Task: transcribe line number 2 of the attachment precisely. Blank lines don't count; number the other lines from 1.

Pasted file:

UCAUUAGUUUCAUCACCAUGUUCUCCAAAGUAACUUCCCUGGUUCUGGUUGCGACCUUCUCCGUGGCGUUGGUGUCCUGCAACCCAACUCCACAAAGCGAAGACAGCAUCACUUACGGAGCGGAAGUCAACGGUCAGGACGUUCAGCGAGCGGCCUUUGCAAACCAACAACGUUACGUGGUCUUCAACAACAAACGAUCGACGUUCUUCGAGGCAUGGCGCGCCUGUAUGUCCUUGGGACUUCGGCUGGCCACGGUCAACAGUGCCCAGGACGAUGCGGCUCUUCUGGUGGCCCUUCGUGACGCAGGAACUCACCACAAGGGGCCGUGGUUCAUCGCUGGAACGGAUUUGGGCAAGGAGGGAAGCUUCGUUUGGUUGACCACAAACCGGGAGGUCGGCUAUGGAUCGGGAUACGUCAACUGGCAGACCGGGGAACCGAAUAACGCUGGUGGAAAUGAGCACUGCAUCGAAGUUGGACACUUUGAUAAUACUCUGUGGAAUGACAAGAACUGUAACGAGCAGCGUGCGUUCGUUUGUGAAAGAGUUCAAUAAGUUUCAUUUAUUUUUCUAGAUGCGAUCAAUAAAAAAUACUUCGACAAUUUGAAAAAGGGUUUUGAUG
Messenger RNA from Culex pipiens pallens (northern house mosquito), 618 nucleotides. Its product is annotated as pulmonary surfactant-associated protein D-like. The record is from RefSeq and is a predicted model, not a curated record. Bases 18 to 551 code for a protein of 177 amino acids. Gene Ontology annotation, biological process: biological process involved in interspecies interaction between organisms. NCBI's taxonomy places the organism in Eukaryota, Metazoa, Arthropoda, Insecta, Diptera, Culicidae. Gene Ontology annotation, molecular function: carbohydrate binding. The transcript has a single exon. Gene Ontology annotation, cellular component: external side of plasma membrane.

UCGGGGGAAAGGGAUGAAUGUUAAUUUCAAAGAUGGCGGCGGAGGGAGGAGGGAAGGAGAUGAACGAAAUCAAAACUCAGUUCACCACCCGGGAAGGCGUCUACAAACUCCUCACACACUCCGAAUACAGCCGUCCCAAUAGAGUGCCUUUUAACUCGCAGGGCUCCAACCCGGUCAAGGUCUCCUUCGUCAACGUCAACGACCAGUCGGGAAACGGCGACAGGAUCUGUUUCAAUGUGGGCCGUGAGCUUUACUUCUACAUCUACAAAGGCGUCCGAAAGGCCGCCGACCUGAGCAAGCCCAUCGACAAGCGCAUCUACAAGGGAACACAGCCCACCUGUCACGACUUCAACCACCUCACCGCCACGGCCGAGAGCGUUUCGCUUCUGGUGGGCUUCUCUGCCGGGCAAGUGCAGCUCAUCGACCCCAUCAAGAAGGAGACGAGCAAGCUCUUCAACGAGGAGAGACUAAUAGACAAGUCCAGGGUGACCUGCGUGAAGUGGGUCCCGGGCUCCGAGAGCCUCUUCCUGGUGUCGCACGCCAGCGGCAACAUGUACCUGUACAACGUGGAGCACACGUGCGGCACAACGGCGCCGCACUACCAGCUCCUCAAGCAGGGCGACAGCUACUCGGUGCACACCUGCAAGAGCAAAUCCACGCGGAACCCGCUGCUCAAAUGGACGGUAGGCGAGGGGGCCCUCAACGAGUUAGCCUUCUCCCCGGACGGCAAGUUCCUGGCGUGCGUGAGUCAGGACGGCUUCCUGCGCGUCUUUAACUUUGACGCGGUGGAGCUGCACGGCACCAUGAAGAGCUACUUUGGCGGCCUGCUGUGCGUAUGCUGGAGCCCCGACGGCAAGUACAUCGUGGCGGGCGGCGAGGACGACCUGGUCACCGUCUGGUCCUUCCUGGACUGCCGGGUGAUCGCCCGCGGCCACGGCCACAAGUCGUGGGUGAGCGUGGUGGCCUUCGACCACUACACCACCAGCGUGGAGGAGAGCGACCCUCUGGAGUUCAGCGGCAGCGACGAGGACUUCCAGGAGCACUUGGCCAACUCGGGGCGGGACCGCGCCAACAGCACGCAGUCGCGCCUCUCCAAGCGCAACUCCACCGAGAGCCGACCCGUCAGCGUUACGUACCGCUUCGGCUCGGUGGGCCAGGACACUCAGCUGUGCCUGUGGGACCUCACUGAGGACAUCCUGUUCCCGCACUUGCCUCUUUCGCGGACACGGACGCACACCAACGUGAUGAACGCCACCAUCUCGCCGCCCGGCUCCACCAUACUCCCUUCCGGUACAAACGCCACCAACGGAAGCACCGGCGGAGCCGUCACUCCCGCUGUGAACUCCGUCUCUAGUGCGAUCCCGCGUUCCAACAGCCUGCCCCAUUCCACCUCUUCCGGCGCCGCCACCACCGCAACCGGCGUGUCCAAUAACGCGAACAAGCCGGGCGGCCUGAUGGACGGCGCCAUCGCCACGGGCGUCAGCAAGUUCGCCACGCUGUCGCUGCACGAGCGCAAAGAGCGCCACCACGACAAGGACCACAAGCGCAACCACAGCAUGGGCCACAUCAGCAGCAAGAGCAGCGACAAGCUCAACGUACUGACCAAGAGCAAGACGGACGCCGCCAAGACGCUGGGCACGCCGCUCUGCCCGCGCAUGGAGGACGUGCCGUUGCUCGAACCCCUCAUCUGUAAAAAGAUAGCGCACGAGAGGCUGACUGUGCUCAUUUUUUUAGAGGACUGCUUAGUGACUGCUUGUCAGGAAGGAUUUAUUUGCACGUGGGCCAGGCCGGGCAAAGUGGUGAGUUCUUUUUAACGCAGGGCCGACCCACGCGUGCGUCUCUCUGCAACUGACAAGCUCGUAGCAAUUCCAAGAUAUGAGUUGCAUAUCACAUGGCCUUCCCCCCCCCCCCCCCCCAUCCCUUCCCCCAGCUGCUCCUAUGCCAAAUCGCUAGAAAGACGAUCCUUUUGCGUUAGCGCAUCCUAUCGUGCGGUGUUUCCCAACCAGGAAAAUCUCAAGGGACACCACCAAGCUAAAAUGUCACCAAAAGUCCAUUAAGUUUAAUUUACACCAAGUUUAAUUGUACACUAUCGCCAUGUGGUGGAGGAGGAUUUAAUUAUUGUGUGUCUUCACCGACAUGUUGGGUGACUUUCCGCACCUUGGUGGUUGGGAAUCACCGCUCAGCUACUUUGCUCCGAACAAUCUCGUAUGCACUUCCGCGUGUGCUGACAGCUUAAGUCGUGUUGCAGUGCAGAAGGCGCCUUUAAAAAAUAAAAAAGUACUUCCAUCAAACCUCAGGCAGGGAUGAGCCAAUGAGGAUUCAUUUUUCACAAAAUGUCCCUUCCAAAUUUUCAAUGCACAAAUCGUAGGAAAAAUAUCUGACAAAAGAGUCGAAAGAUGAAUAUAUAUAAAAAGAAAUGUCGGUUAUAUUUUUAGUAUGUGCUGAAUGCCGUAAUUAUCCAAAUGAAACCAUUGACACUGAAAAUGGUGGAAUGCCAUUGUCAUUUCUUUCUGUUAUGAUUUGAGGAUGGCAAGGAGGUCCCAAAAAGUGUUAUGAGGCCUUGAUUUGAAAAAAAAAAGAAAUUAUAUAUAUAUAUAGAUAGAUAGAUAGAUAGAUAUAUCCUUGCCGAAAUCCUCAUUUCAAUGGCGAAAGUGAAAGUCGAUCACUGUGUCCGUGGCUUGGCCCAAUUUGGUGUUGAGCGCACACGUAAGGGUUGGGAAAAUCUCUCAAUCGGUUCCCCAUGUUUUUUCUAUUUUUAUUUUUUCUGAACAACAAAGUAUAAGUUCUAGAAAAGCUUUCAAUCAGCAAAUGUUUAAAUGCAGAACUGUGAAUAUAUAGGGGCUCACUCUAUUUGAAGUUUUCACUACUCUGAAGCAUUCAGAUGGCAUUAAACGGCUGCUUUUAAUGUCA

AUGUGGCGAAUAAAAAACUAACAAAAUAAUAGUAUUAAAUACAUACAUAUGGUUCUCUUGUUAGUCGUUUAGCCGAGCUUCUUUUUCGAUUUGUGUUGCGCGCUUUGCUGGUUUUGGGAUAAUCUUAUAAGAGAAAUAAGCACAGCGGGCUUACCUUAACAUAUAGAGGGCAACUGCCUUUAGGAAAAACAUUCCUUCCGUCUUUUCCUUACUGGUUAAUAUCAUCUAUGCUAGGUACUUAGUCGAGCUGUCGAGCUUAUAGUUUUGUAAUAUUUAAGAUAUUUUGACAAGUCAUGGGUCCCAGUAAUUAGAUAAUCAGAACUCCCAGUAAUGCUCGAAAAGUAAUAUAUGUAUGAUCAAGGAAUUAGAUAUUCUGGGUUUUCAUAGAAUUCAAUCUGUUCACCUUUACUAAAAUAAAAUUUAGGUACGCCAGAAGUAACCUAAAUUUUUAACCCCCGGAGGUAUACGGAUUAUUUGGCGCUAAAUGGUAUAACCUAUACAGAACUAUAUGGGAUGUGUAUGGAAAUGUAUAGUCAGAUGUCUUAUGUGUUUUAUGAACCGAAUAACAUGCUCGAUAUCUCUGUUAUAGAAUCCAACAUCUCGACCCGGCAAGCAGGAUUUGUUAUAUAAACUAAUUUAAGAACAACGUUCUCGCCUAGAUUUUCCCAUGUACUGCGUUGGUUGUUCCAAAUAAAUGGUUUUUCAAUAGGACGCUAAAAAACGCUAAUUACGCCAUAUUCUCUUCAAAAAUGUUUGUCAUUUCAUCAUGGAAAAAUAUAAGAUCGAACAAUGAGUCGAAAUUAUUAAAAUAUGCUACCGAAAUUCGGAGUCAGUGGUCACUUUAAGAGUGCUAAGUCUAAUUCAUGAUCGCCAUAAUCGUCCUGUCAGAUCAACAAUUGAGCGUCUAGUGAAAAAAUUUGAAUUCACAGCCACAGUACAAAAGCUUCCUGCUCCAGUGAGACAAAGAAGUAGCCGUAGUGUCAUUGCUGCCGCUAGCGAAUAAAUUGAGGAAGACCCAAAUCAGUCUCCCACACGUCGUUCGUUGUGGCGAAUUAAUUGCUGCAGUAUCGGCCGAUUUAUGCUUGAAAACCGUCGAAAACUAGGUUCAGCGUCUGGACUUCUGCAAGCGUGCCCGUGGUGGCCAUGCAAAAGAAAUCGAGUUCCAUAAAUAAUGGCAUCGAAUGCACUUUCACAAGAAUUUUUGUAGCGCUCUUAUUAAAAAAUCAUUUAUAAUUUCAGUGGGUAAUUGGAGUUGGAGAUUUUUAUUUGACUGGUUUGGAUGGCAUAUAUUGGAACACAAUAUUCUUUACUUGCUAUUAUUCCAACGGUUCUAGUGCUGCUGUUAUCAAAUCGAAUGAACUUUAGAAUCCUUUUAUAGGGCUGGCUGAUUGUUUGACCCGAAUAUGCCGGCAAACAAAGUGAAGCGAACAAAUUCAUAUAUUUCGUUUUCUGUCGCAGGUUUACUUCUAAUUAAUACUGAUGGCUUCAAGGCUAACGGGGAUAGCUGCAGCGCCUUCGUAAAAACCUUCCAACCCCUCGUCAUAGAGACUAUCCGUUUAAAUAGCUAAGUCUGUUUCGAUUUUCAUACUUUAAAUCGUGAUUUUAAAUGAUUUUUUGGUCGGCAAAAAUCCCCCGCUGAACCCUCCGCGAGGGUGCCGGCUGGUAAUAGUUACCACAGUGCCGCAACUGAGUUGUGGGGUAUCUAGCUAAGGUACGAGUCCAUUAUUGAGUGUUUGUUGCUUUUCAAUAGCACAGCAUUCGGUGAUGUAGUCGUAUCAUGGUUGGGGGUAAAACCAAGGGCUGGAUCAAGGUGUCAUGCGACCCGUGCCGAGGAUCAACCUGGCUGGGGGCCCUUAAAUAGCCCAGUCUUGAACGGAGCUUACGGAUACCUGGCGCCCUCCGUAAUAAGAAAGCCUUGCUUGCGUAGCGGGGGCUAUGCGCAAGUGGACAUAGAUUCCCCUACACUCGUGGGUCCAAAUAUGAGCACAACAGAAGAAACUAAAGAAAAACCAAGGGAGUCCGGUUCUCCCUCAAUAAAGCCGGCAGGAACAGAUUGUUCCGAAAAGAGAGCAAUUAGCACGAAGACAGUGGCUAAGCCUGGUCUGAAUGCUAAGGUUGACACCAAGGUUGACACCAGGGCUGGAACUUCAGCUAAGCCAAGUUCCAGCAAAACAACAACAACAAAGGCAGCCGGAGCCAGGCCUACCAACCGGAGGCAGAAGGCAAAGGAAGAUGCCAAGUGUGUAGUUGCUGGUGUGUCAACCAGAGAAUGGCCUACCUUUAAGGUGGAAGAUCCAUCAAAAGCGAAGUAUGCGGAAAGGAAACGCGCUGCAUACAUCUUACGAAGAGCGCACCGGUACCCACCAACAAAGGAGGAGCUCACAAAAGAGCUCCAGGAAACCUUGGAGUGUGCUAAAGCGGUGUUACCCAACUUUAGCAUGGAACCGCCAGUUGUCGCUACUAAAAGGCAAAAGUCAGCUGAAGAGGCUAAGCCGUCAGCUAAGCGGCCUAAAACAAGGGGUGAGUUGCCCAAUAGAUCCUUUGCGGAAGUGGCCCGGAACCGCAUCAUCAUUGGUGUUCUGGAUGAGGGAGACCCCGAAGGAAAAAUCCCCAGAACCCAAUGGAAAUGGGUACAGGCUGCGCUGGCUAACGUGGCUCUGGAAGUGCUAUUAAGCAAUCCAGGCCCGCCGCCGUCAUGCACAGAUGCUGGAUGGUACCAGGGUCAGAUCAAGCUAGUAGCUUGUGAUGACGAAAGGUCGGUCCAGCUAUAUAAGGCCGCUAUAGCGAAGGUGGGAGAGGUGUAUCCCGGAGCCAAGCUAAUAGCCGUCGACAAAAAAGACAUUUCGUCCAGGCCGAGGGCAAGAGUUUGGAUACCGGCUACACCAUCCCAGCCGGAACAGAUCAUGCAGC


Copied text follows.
Messenger RNA from Culex pipiens pallens (northern house mosquito), 618 nucleotides. Its product is annotated as pulmonary surfactant-associated protein D-like. The record is from RefSeq and is a predicted model, not a curated record. Bases 18 to 551 code for a protein of 177 amino acids. Gene Ontology annotation, biological process: biological process involved in interspecies interaction between organisms. NCBI's taxonomy places the organism in Eukaryota, Metazoa, Arthropoda, Insecta, Diptera, Culicidae. Gene Ontology annotation, molecular function: carbohydrate binding. The transcript has a single exon. Gene Ontology annotation, cellular component: external side of plasma membrane.